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A disturbance is in the Atlantic, and after hurricane season, too. What the forecast says

Miami Herald logo Miami Herald 12/5/2022 Michelle Marchante, Miami Herald

UPDATE 12/6/2022:The disturbance has a medium chance of turning into Tropical or Subtropical Storm Owen this week, forecasters say.

Read the original article below:

A disturbance appeared in the Atlantic Monday, just days after hurricane season came to an end.

The disturbance, described as a large area of low pressure, is over the central subtropical Atlantic and about 800 miles northeast of the northern Leeward Islands, according to the National Hurricane Center’s Monday night advisory.

The system has a 40% chance of formation through the next 48 hours and a medium 50% chance of formation through the next five days.

The forecast is calling for the system to acquire some subtropical or tropical characteristics as it drifts northeast over the Atlantic’s open waters during the next few days.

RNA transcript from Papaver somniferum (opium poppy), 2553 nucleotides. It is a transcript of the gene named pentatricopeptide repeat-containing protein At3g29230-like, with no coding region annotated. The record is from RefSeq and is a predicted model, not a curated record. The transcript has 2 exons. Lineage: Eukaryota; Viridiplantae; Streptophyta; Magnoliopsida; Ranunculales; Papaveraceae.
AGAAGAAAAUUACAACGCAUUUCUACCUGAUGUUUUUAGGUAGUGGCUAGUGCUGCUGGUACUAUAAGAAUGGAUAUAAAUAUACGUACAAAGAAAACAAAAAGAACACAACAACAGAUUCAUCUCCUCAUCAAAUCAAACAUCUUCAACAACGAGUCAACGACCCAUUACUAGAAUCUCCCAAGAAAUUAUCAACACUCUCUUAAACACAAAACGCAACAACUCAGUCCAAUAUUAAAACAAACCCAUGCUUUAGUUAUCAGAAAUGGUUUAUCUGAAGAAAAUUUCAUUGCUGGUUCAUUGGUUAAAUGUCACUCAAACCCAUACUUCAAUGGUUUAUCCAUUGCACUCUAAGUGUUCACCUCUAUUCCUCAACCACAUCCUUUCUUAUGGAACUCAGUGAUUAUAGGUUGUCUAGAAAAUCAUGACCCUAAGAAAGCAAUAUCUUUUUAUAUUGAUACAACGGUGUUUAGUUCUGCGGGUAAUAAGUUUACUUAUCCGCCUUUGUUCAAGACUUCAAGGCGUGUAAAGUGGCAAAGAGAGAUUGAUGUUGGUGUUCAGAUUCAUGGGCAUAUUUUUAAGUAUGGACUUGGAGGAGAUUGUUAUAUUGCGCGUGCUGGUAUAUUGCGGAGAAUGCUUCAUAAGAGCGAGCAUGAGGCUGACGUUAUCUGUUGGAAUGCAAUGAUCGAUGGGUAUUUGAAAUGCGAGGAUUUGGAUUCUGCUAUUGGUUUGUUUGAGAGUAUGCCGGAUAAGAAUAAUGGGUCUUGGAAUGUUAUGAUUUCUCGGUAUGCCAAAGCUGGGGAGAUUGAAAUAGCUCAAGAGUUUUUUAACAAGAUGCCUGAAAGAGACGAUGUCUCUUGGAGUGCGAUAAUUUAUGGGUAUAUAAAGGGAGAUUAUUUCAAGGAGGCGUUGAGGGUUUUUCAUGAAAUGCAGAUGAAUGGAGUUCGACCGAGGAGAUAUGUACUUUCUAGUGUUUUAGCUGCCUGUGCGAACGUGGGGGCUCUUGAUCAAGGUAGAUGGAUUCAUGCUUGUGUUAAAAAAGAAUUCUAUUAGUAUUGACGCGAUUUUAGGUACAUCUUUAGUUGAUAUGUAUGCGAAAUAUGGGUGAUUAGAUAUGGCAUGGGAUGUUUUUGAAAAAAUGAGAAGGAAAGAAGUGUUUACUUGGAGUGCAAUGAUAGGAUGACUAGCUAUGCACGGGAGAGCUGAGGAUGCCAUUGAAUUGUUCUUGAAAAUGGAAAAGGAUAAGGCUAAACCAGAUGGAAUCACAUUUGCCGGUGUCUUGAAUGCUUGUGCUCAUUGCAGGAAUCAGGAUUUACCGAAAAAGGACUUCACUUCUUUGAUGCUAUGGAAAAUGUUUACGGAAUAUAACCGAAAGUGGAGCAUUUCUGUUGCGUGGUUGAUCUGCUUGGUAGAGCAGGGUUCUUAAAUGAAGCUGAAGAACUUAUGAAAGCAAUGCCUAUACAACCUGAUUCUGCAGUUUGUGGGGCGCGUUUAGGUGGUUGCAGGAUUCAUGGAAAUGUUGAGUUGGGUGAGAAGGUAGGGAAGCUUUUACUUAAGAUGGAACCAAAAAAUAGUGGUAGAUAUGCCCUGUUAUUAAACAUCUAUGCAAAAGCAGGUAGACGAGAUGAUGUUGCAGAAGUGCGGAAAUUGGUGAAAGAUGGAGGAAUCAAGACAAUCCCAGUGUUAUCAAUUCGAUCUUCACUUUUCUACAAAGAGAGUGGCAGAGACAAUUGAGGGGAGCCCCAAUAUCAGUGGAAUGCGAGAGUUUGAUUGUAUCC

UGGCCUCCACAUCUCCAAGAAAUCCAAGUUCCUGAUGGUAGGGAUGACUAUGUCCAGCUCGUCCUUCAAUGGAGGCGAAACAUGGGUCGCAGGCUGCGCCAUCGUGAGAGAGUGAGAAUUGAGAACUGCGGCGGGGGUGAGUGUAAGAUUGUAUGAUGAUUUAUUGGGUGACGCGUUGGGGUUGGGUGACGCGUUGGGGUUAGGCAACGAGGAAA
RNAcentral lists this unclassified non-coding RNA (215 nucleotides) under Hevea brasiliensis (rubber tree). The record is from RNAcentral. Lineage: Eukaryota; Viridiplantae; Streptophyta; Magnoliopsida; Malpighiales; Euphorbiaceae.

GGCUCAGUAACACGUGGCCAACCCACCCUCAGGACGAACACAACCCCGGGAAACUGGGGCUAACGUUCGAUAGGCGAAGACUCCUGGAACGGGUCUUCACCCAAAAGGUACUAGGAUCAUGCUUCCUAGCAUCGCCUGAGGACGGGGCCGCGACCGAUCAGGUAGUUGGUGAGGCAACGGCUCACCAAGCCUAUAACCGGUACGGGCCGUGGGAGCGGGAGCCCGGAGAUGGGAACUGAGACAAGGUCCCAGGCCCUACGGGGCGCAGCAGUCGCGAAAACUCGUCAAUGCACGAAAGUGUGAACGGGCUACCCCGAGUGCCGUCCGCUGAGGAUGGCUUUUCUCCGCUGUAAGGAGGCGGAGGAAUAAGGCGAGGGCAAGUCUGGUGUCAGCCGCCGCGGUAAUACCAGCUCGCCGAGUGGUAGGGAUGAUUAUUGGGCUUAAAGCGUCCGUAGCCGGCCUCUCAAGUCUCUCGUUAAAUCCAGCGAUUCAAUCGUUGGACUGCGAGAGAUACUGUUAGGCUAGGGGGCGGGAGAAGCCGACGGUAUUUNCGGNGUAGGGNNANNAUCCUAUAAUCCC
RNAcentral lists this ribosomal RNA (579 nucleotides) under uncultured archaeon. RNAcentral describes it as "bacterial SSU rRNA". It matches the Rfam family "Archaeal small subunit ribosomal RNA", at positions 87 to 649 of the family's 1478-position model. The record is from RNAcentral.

“By Friday, the low is expected to move over cooler waters and interact with a mid-latitude trough, limiting potential of tropical transition after that time,” the hurricane center said. This means it shouldn’t be a threat to Florida or the rest of the United States.

If it were to turn into a tropical storm, it would be named Owen.

Can a storm form after hurricane season?

Hurricane season officially starts on June 1 and officially ends on Nov. 30. It’s a man-made time frame used to represent the months when tropical storms and hurricanes are most likely to develop.

However, storms can form year-round. And while December storms are rare, they have formed before.

Since 2000, only nine storms have formed after Nov. 30 and none of them made a U.S. landfall, Alex DesRosiers, a Ph.D. candidate at Colorado State University who is part of the school’s Tropical Weather & Climate Research group, previously told the Miami Herald.

Miami Herald staff writer Omar Rodriguez Ortiz contributed to this report.

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